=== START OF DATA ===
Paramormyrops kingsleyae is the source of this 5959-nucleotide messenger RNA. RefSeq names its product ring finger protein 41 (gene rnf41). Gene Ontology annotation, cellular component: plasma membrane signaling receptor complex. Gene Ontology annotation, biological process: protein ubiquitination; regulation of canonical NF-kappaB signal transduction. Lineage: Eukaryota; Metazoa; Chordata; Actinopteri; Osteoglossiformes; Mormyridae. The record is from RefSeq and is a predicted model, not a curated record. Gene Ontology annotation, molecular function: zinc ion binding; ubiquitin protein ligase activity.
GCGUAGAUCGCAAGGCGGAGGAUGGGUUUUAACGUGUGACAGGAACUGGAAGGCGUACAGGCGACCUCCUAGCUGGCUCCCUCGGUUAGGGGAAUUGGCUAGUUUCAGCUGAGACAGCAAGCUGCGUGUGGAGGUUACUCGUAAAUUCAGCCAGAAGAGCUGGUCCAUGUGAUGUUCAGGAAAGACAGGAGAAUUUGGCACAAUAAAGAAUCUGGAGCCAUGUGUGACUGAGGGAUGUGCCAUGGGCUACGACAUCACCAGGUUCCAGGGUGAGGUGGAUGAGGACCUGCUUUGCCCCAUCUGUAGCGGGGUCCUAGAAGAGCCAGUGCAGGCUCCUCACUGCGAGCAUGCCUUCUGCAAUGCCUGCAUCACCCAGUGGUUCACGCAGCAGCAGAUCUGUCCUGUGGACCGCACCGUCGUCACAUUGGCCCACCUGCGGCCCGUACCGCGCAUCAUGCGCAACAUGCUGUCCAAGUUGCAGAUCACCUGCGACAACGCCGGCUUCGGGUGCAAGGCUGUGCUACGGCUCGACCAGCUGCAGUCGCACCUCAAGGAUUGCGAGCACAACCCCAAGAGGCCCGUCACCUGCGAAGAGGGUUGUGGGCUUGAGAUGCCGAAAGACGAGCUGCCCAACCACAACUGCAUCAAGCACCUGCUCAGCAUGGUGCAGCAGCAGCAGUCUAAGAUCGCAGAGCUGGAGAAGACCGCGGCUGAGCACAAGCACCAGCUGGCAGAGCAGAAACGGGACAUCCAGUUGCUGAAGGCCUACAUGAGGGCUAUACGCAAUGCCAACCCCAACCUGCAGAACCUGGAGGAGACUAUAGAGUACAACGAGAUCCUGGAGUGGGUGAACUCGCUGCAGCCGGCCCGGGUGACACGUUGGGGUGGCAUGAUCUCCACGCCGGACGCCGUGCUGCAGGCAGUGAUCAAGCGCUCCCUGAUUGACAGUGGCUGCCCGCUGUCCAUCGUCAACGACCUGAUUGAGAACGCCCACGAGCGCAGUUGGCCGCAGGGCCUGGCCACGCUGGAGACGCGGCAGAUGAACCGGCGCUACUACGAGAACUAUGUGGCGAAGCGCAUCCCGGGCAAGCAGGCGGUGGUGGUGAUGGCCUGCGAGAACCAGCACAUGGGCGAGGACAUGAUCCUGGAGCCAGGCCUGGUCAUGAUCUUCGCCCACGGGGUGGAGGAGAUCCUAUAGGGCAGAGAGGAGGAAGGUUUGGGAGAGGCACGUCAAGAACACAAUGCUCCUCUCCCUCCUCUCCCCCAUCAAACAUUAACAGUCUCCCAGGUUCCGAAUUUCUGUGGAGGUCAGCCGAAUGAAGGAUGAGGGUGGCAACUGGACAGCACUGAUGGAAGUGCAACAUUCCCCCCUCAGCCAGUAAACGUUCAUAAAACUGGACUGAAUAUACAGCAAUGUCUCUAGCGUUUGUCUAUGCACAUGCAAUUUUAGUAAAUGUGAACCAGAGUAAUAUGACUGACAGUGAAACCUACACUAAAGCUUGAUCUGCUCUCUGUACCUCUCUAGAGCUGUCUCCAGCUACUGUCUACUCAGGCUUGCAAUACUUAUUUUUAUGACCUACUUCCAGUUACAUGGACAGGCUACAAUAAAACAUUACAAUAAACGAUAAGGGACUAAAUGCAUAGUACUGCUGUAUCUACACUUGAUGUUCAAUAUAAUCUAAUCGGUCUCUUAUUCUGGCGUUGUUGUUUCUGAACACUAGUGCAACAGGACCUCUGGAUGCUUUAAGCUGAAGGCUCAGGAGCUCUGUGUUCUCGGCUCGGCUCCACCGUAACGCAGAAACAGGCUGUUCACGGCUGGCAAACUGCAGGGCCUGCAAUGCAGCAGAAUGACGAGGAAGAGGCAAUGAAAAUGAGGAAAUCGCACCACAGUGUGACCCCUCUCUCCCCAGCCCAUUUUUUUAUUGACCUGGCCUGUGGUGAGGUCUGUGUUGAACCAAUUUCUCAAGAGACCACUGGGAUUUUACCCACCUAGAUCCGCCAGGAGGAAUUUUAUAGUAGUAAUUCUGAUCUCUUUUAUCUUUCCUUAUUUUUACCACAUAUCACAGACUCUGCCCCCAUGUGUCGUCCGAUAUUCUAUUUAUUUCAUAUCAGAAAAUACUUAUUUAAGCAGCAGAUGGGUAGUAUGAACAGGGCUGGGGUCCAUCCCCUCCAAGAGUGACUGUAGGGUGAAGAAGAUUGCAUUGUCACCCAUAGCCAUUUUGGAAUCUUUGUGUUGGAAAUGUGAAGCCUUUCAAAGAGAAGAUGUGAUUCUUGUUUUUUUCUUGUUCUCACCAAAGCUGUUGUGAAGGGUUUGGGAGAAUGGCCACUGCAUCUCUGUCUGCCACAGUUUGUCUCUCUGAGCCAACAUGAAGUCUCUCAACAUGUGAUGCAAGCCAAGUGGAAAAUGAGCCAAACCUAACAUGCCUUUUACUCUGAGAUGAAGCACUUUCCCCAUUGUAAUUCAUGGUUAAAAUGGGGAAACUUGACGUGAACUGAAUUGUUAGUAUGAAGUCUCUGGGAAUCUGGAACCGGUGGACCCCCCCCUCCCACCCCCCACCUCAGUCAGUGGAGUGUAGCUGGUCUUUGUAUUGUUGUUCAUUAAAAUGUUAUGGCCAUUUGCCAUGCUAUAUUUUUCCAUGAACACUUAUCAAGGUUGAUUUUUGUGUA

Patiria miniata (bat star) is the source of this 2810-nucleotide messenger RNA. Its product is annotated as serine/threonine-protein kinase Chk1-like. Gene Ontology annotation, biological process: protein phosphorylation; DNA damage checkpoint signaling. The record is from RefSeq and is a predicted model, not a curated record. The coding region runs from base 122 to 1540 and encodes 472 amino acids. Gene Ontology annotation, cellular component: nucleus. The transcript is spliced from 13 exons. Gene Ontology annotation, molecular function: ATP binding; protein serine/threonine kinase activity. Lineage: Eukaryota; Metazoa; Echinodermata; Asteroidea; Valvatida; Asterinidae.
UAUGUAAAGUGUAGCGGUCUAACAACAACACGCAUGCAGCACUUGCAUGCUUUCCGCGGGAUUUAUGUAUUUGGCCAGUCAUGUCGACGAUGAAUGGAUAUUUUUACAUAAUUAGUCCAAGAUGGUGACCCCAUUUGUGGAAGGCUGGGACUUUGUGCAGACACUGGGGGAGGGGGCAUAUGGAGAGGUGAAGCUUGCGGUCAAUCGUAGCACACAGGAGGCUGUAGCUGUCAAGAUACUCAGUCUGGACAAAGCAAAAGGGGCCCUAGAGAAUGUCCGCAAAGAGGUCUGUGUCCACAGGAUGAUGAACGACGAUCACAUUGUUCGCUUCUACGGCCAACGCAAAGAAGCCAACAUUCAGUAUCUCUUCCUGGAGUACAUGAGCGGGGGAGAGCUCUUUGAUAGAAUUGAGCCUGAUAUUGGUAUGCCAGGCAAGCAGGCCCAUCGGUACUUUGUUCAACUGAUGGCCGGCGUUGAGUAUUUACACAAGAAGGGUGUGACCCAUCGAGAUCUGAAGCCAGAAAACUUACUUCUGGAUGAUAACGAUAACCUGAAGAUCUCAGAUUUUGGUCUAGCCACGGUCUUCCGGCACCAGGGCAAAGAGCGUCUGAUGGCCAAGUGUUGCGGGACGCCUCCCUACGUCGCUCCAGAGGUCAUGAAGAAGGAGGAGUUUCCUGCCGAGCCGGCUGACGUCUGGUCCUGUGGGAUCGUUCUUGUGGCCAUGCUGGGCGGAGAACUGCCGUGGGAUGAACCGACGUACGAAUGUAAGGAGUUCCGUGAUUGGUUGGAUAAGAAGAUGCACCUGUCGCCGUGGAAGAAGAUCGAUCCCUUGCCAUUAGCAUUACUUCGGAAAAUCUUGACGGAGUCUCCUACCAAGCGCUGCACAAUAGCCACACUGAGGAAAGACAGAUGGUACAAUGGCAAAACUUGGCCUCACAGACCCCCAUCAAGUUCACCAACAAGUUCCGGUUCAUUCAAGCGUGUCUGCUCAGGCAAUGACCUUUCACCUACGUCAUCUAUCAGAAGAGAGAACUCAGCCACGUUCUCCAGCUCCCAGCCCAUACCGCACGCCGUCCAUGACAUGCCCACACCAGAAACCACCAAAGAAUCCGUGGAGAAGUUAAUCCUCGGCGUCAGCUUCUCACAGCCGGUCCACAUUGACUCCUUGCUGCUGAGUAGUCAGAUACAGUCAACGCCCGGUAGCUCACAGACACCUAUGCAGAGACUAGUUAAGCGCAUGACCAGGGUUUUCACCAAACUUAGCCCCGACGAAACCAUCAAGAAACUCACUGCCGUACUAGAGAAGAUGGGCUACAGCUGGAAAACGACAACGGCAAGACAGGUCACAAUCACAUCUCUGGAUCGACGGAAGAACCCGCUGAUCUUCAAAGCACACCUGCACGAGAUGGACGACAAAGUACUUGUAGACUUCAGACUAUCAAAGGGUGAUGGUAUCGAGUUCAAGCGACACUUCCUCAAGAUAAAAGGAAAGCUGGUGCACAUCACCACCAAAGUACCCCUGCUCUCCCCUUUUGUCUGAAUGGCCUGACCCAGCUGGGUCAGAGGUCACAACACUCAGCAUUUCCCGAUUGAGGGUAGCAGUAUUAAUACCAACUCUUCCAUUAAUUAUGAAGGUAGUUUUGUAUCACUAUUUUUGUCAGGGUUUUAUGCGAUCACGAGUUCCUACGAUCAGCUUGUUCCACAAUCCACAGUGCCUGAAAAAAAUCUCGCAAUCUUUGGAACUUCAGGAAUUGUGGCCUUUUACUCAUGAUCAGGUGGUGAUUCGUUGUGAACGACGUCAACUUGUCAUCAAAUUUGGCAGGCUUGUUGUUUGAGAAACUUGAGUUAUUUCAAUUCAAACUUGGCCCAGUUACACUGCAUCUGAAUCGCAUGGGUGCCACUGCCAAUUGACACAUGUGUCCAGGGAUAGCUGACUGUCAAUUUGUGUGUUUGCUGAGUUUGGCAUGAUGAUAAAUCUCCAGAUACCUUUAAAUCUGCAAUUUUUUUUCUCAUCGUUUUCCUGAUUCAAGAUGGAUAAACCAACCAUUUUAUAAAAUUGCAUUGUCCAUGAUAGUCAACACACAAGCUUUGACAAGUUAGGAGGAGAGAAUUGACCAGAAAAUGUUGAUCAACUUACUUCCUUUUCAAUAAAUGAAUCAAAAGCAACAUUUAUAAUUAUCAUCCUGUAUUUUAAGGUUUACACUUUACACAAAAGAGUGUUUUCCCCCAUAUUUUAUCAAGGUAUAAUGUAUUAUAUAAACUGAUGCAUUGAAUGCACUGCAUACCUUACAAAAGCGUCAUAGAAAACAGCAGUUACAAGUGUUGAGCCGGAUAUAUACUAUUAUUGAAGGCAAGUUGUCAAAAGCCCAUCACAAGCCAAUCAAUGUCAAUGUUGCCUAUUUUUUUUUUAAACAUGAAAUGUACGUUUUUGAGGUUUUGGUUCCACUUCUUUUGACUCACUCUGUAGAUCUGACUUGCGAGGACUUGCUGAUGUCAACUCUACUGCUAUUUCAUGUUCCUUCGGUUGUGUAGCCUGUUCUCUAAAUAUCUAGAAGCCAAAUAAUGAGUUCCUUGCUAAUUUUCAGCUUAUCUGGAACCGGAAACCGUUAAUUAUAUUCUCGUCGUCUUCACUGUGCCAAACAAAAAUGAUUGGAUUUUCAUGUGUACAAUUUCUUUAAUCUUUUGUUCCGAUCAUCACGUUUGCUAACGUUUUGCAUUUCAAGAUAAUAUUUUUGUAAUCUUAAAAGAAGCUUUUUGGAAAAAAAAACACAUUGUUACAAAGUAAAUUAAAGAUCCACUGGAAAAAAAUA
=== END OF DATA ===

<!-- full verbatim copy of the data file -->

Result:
Paramormyrops kingsleyae is the source of this 5959-nucleotide messenger RNA. RefSeq names its product ring finger protein 41 (gene rnf41). Gene Ontology annotation, cellular component: plasma membrane signaling receptor complex. Gene Ontology annotation, biological process: protein ubiquitination; regulation of canonical NF-kappaB signal transduction. Lineage: Eukaryota; Metazoa; Chordata; Actinopteri; Osteoglossiformes; Mormyridae. The record is from RefSeq and is a predicted model, not a curated record. Gene Ontology annotation, molecular function: zinc ion binding; ubiquitin protein ligase activity.
GCGUAGAUCGCAAGGCGGAGGAUGGGUUUUAACGUGUGACAGGAACUGGAAGGCGUACAGGCGACCUCCUAGCUGGCUCCCUCGGUUAGGGGAAUUGGCUAGUUUCAGCUGAGACAGCAAGCUGCGUGUGGAGGUUACUCGUAAAUUCAGCCAGAAGAGCUGGUCCAUGUGAUGUUCAGGAAAGACAGGAGAAUUUGGCACAAUAAAGAAUCUGGAGCCAUGUGUGACUGAGGGAUGUGCCAUGGGCUACGACAUCACCAGGUUCCAGGGUGAGGUGGAUGAGGACCUGCUUUGCCCCAUCUGUAGCGGGGUCCUAGAAGAGCCAGUGCAGGCUCCUCACUGCGAGCAUGCCUUCUGCAAUGCCUGCAUCACCCAGUGGUUCACGCAGCAGCAGAUCUGUCCUGUGGACCGCACCGUCGUCACAUUGGCCCACCUGCGGCCCGUACCGCGCAUCAUGCGCAACAUGCUGUCCAAGUUGCAGAUCACCUGCGACAACGCCGGCUUCGGGUGCAAGGCUGUGCUACGGCUCGACCAGCUGCAGUCGCACCUCAAGGAUUGCGAGCACAACCCCAAGAGGCCCGUCACCUGCGAAGAGGGUUGUGGGCUUGAGAUGCCGAAAGACGAGCUGCCCAACCACAACUGCAUCAAGCACCUGCUCAGCAUGGUGCAGCAGCAGCAGUCUAAGAUCGCAGAGCUGGAGAAGACCGCGGCUGAGCACAAGCACCAGCUGGCAGAGCAGAAACGGGACAUCCAGUUGCUGAAGGCCUACAUGAGGGCUAUACGCAAUGCCAACCCCAACCUGCAGAACCUGGAGGAGACUAUAGAGUACAACGAGAUCCUGGAGUGGGUGAACUCGCUGCAGCCGGCCCGGGUGACACGUUGGGGUGGCAUGAUCUCCACGCCGGACGCCGUGCUGCAGGCAGUGAUCAAGCGCUCCCUGAUUGACAGUGGCUGCCCGCUGUCCAUCGUCAACGACCUGAUUGAGAACGCCCACGAGCGCAGUUGGCCGCAGGGCCUGGCCACGCUGGAGACGCGGCAGAUGAACCGGCGCUACUACGAGAACUAUGUGGCGAAGCGCAUCCCGGGCAAGCAGGCGGUGGUGGUGAUGGCCUGCGAGAACCAGCACAUGGGCGAGGACAUGAUCCUGGAGCCAGGCCUGGUCAUGAUCUUCGCCCACGGGGUGGAGGAGAUCCUAUAGGGCAGAGAGGAGGAAGGUUUGGGAGAGGCACGUCAAGAACACAAUGCUCCUCUCCCUCCUCUCCCCCAUCAAACAUUAACAGUCUCCCAGGUUCCGAAUUUCUGUGGAGGUCAGCCGAAUGAAGGAUGAGGGUGGCAACUGGACAGCACUGAUGGAAGUGCAACAUUCCCCCCUCAGCCAGUAAACGUUCAUAAAACUGGACUGAAUAUACAGCAAUGUCUCUAGCGUUUGUCUAUGCACAUGCAAUUUUAGUAAAUGUGAACCAGAGUAAUAUGACUGACAGUGAAACCUACACUAAAGCUUGAUCUGCUCUCUGUACCUCUCUAGAGCUGUCUCCAGCUACUGUCUACUCAGGCUUGCAAUACUUAUUUUUAUGACCUACUUCCAGUUACAUGGACAGGCUACAAUAAAACAUUACAAUAAACGAUAAGGGACUAAAUGCAUAGUACUGCUGUAUCUACACUUGAUGUUCAAUAUAAUCUAAUCGGUCUCUUAUUCUGGCGUUGUUGUUUCUGAACACUAGUGCAACAGGACCUCUGGAUGCUUUAAGCUGAAGGCUCAGGAGCUCUGUGUUCUCGGCUCGGCUCCACCGUAACGCAGAAACAGGCUGUUCACGGCUGGCAAACUGCAGGGCCUGCAAUGCAGCAGAAUGACGAGGAAGAGGCAAUGAAAAUGAGGAAAUCGCACCACAGUGUGACCCCUCUCUCCCCAGCCCAUUUUUUUAUUGACCUGGCCUGUGGUGAGGUCUGUGUUGAACCAAUUUCUCAAGAGACCACUGGGAUUUUACCCACCUAGAUCCGCCAGGAGGAAUUUUAUAGUAGUAAUUCUGAUCUCUUUUAUCUUUCCUUAUUUUUACCACAUAUCACAGACUCUGCCCCCAUGUGUCGUCCGAUAUUCUAUUUAUUUCAUAUCAGAAAAUACUUAUUUAAGCAGCAGAUGGGUAGUAUGAACAGGGCUGGGGUCCAUCCCCUCCAAGAGUGACUGUAGGGUGAAGAAGAUUGCAUUGUCACCCAUAGCCAUUUUGGAAUCUUUGUGUUGGAAAUGUGAAGCCUUUCAAAGAGAAGAUGUGAUUCUUGUUUUUUUCUUGUUCUCACCAAAGCUGUUGUGAAGGGUUUGGGAGAAUGGCCACUGCAUCUCUGUCUGCCACAGUUUGUCUCUCUGAGCCAACAUGAAGUCUCUCAACAUGUGAUGCAAGCCAAGUGGAAAAUGAGCCAAACCUAACAUGCCUUUUACUCUGAGAUGAAGCACUUUCCCCAUUGUAAUUCAUGGUUAAAAUGGGGAAACUUGACGUGAACUGAAUUGUUAGUAUGAAGUCUCUGGGAAUCUGGAACCGGUGGACCCCCCCCUCCCACCCCCCACCUCAGUCAGUGGAGUGUAGCUGGUCUUUGUAUUGUUGUUCAUUAAAAUGUUAUGGCCAUUUGCCAUGCUAUAUUUUUCCAUGAACACUUAUCAAGGUUGAUUUUUGUGUA

Patiria miniata (bat star) is the source of this 2810-nucleotide messenger RNA. Its product is annotated as serine/threonine-protein kinase Chk1-like. Gene Ontology annotation, biological process: protein phosphorylation; DNA damage checkpoint signaling. The record is from RefSeq and is a predicted model, not a curated record. The coding region runs from base 122 to 1540 and encodes 472 amino acids. Gene Ontology annotation, cellular component: nucleus. The transcript is spliced from 13 exons. Gene Ontology annotation, molecular function: ATP binding; protein serine/threonine kinase activity. Lineage: Eukaryota; Metazoa; Echinodermata; Asteroidea; Valvatida; Asterinidae.
UAUGUAAAGUGUAGCGGUCUAACAACAACACGCAUGCAGCACUUGCAUGCUUUCCGCGGGAUUUAUGUAUUUGGCCAGUCAUGUCGACGAUGAAUGGAUAUUUUUACAUAAUUAGUCCAAGAUGGUGACCCCAUUUGUGGAAGGCUGGGACUUUGUGCAGACACUGGGGGAGGGGGCAUAUGGAGAGGUGAAGCUUGCGGUCAAUCGUAGCACACAGGAGGCUGUAGCUGUCAAGAUACUCAGUCUGGACAAAGCAAAAGGGGCCCUAGAGAAUGUCCGCAAAGAGGUCUGUGUCCACAGGAUGAUGAACGACGAUCACAUUGUUCGCUUCUACGGCCAACGCAAAGAAGCCAACAUUCAGUAUCUCUUCCUGGAGUACAUGAGCGGGGGAGAGCUCUUUGAUAGAAUUGAGCCUGAUAUUGGUAUGCCAGGCAAGCAGGCCCAUCGGUACUUUGUUCAACUGAUGGCCGGCGUUGAGUAUUUACACAAGAAGGGUGUGACCCAUCGAGAUCUGAAGCCAGAAAACUUACUUCUGGAUGAUAACGAUAACCUGAAGAUCUCAGAUUUUGGUCUAGCCACGGUCUUCCGGCACCAGGGCAAAGAGCGUCUGAUGGCCAAGUGUUGCGGGACGCCUCCCUACGUCGCUCCAGAGGUCAUGAAGAAGGAGGAGUUUCCUGCCGAGCCGGCUGACGUCUGGUCCUGUGGGAUCGUUCUUGUGGCCAUGCUGGGCGGAGAACUGCCGUGGGAUGAACCGACGUACGAAUGUAAGGAGUUCCGUGAUUGGUUGGAUAAGAAGAUGCACCUGUCGCCGUGGAAGAAGAUCGAUCCCUUGCCAUUAGCAUUACUUCGGAAAAUCUUGACGGAGUCUCCUACCAAGCGCUGCACAAUAGCCACACUGAGGAAAGACAGAUGGUACAAUGGCAAAACUUGGCCUCACAGACCCCCAUCAAGUUCACCAACAAGUUCCGGUUCAUUCAAGCGUGUCUGCUCAGGCAAUGACCUUUCACCUACGUCAUCUAUCAGAAGAGAGAACUCAGCCACGUUCUCCAGCUCCCAGCCCAUACCGCACGCCGUCCAUGACAUGCCCACACCAGAAACCACCAAAGAAUCCGUGGAGAAGUUAAUCCUCGGCGUCAGCUUCUCACAGCCGGUCCACAUUGACUCCUUGCUGCUGAGUAGUCAGAUACAGUCAACGCCCGGUAGCUCACAGACACCUAUGCAGAGACUAGUUAAGCGCAUGACCAGGGUUUUCACCAAACUUAGCCCCGACGAAACCAUCAAGAAACUCACUGCCGUACUAGAGAAGAUGGGCUACAGCUGGAAAACGACAACGGCAAGACAGGUCACAAUCACAUCUCUGGAUCGACGGAAGAACCCGCUGAUCUUCAAAGCACACCUGCACGAGAUGGACGACAAAGUACUUGUAGACUUCAGACUAUCAAAGGGUGAUGGUAUCGAGUUCAAGCGACACUUCCUCAAGAUAAAAGGAAAGCUGGUGCACAUCACCACCAAAGUACCCCUGCUCUCCCCUUUUGUCUGAAUGGCCUGACCCAGCUGGGUCAGAGGUCACAACACUCAGCAUUUCCCGAUUGAGGGUAGCAGUAUUAAUACCAACUCUUCCAUUAAUUAUGAAGGUAGUUUUGUAUCACUAUUUUUGUCAGGGUUUUAUGCGAUCACGAGUUCCUACGAUCAGCUUGUUCCACAAUCCACAGUGCCUGAAAAAAAUCUCGCAAUCUUUGGAACUUCAGGAAUUGUGGCCUUUUACUCAUGAUCAGGUGGUGAUUCGUUGUGAACGACGUCAACUUGUCAUCAAAUUUGGCAGGCUUGUUGUUUGAGAAACUUGAGUUAUUUCAAUUCAAACUUGGCCCAGUUACACUGCAUCUGAAUCGCAUGGGUGCCACUGCCAAUUGACACAUGUGUCCAGGGAUAGCUGACUGUCAAUUUGUGUGUUUGCUGAGUUUGGCAUGAUGAUAAAUCUCCAGAUACCUUUAAAUCUGCAAUUUUUUUUCUCAUCGUUUUCCUGAUUCAAGAUGGAUAAACCAACCAUUUUAUAAAAUUGCAUUGUCCAUGAUAGUCAACACACAAGCUUUGACAAGUUAGGAGGAGAGAAUUGACCAGAAAAUGUUGAUCAACUUACUUCCUUUUCAAUAAAUGAAUCAAAAGCAACAUUUAUAAUUAUCAUCCUGUAUUUUAAGGUUUACACUUUACACAAAAGAGUGUUUUCCCCCAUAUUUUAUCAAGGUAUAAUGUAUUAUAUAAACUGAUGCAUUGAAUGCACUGCAUACCUUACAAAAGCGUCAUAGAAAACAGCAGUUACAAGUGUUGAGCCGGAUAUAUACUAUUAUUGAAGGCAAGUUGUCAAAAGCCCAUCACAAGCCAAUCAAUGUCAAUGUUGCCUAUUUUUUUUUUAAACAUGAAAUGUACGUUUUUGAGGUUUUGGUUCCACUUCUUUUGACUCACUCUGUAGAUCUGACUUGCGAGGACUUGCUGAUGUCAACUCUACUGCUAUUUCAUGUUCCUUCGGUUGUGUAGCCUGUUCUCUAAAUAUCUAGAAGCCAAAUAAUGAGUUCCUUGCUAAUUUUCAGCUUAUCUGGAACCGGAAACCGUUAAUUAUAUUCUCGUCGUCUUCACUGUGCCAAACAAAAAUGAUUGGAUUUUCAUGUGUACAAUUUCUUUAAUCUUUUGUUCCGAUCAUCACGUUUGCUAACGUUUUGCAUUUCAAGAUAAUAUUUUUGUAAUCUUAAAAGAAGCUUUUUGGAAAAAAAAACACAUUGUUACAAAGUAAAUUAAAGAUCCACUGGAAAAAAAUA